So, the kid with black and blue toes is bouncing around the house while the kid with the tiniest pin prick of a scab is grasping his arm in pain. Welcome to our home.

Days like that, when I witness the stark difference in my kids’ reactions to their pain, remind me that there is no right way to deal with discomfort. We all process pain – physical and emotional – so differently. It’s one of the subtle and fascinating ways we’re each unique. That said, it’s easy to judge someone who doesn’t handle discomfort the same way we do. Ever had a friend who’s sick, injured, stressed, depressed or grieving and questioned how she handled it – because it wasn’t the same way you would have gone about things? Sure, we all have.

When I speak about my journey through post traumatic stress disorder (PTSD), I tell audiences that trauma is a lot like a tornado. A twister can deck one house and leave the one next door unscathed, just as weathering a personal storm can all but destroy one person but barely impact another facing a similar challenge. Over the course of my life, there were probably lots of tiny indications that, if faced with a mental health crisis, I could easily crack. And I did. Afterwards, I was jealous of people who didn’t collapse under pressure, who seemed to float through challenges in a way I couldn’t. It took a long time to understand and accept that everybody does hurt, just not in the same ways or for the same reasons.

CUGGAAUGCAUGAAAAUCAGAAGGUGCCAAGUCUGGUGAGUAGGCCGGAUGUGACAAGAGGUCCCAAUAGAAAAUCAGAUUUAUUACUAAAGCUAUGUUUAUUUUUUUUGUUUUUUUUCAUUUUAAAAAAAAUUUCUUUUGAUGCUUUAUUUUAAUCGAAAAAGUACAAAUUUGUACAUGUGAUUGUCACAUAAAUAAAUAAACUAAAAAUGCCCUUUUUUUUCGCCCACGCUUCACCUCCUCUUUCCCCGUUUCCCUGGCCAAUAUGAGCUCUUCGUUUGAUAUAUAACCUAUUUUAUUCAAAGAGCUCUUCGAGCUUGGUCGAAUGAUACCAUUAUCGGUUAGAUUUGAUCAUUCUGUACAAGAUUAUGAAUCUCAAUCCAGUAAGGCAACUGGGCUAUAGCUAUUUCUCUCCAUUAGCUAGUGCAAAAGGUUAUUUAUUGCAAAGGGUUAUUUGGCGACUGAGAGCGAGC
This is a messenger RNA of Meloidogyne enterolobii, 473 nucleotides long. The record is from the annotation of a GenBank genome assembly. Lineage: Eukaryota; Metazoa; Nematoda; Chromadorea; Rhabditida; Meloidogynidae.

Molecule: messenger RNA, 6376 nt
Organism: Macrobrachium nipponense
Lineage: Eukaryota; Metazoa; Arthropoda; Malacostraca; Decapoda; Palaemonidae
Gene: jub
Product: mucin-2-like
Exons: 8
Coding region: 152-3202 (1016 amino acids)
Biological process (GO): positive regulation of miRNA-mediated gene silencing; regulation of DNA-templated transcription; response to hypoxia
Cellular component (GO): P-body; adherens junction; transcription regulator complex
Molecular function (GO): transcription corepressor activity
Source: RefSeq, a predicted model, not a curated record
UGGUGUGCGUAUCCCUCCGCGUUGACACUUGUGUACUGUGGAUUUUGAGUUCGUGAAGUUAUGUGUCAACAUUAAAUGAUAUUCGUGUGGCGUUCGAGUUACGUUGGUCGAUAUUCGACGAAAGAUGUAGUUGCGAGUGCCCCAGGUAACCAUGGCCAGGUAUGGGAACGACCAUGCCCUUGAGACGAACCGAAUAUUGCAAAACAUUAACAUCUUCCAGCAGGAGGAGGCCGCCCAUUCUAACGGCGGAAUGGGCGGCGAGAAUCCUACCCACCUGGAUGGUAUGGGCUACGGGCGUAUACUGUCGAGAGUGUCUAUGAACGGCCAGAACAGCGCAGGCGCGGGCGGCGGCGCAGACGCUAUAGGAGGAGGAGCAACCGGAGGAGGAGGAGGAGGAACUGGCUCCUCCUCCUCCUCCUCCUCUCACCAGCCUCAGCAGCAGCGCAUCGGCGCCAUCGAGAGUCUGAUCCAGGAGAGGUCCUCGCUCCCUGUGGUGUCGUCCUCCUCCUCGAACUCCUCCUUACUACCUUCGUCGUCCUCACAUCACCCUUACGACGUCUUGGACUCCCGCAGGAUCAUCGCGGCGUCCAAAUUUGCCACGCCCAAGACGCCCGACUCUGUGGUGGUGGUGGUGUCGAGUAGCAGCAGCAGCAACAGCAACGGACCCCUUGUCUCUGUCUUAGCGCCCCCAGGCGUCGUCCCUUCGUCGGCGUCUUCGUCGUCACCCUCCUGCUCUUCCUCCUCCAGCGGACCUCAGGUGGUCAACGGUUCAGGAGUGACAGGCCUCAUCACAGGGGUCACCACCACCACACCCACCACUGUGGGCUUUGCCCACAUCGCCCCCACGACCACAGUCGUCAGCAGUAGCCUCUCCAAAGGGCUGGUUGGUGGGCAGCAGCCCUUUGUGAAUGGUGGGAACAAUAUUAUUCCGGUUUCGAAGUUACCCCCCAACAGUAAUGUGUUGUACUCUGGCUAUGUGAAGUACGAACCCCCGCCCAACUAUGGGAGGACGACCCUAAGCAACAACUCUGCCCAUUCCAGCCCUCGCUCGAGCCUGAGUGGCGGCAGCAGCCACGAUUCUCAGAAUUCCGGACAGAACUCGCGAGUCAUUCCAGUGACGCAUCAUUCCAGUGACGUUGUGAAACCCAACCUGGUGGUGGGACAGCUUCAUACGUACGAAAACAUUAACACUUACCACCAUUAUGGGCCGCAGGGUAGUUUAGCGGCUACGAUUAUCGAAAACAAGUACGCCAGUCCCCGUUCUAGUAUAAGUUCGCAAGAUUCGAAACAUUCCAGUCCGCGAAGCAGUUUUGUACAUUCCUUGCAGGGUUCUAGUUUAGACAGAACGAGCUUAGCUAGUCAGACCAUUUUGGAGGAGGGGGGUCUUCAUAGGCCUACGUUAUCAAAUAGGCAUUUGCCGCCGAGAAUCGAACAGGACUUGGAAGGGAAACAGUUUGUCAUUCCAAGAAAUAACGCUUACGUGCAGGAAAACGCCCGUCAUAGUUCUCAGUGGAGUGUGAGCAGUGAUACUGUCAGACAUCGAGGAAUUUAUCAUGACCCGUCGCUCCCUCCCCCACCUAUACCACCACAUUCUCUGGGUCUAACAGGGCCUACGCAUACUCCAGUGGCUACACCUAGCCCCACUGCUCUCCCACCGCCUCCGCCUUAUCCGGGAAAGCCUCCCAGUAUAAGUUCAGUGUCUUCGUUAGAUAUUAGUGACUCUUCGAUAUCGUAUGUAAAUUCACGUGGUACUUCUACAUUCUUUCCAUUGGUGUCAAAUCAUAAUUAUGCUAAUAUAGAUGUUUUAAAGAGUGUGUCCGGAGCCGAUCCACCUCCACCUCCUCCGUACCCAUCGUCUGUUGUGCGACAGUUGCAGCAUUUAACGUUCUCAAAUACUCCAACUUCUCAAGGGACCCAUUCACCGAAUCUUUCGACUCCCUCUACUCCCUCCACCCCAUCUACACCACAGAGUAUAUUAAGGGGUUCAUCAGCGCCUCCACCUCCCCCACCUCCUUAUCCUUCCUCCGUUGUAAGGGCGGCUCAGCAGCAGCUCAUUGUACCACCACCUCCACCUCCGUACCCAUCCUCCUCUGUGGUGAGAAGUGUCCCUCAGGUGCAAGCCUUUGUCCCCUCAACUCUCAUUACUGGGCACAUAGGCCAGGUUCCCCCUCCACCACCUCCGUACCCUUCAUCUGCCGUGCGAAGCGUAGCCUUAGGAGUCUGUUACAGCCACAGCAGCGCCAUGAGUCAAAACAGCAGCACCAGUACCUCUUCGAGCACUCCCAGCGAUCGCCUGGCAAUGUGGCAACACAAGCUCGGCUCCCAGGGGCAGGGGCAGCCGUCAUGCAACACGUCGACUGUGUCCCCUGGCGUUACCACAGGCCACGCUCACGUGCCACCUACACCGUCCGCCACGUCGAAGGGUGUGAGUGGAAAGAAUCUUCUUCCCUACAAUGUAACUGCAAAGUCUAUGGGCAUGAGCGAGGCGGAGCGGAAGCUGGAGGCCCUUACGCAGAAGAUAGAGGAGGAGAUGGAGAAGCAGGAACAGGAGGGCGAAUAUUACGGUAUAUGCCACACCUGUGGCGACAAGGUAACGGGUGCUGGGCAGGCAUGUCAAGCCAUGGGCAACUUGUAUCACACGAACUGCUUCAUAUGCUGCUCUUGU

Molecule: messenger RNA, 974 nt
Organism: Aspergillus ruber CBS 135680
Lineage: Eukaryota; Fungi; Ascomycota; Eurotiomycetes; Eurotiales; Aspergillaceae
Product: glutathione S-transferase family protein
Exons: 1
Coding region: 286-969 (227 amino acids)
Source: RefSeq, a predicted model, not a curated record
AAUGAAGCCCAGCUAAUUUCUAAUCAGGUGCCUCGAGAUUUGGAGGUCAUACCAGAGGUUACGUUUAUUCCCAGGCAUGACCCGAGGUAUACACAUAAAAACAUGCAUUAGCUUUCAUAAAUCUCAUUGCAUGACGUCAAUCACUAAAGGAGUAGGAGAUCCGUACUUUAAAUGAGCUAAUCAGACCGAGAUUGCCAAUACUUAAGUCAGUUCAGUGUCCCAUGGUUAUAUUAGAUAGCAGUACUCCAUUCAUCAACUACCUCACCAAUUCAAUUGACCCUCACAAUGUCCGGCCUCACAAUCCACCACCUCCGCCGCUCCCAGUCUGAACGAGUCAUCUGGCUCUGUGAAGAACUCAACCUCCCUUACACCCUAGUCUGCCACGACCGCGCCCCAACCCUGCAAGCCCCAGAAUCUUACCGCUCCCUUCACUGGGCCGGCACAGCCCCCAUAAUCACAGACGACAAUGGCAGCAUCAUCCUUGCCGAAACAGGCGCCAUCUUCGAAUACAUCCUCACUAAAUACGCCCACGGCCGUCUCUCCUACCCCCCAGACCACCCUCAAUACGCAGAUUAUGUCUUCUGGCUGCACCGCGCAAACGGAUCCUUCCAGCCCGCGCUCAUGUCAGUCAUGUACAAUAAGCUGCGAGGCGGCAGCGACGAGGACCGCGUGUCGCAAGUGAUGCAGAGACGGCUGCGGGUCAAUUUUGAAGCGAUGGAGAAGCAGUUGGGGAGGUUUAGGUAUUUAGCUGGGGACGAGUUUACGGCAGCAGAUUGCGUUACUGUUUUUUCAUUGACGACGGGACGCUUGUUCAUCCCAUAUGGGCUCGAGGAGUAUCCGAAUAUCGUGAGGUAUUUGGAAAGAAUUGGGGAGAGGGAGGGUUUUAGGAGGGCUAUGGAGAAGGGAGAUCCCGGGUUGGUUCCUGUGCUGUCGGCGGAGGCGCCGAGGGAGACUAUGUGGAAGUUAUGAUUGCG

Now that I’m facing a new kind of pain {a heavy heart following my dad’s death this month}, I’m intensely aware again of how we all do this dance so differently. I’ve received advice that’s all over the map, like how long I should expect my heart to ache {one person said two weeks; another said two years}. I’ve been touched by heartfelt messages from friends who have walked this road; I’ve noticed the understandable silence from friends who have not. And I’ve watched my loved ones and our circle of friends with great interest, fascinated by how each person is dealing with this loss – some so crushed, others so angry, a few quite detached, but all approaching this pain in the best way they know how.

When people I know and love are suffering, I have a chance to meet them in their sacred, broken places. I realize now the best thing I can do is really so simple: ask them how they feel and then listen to what they say. And when I do inquire, I’ll strive to do so without judgment, without expectation, without applying my own feelings to the situation. The more I understand how a loved one is processing his pain, the better I can be at offering appropriate help and support. It works whether I’m with a friend in crisis or a kid who’s afraid of a flu shot.

We all need something for the pain, but every person needs something different. I kind of love that we were made that way.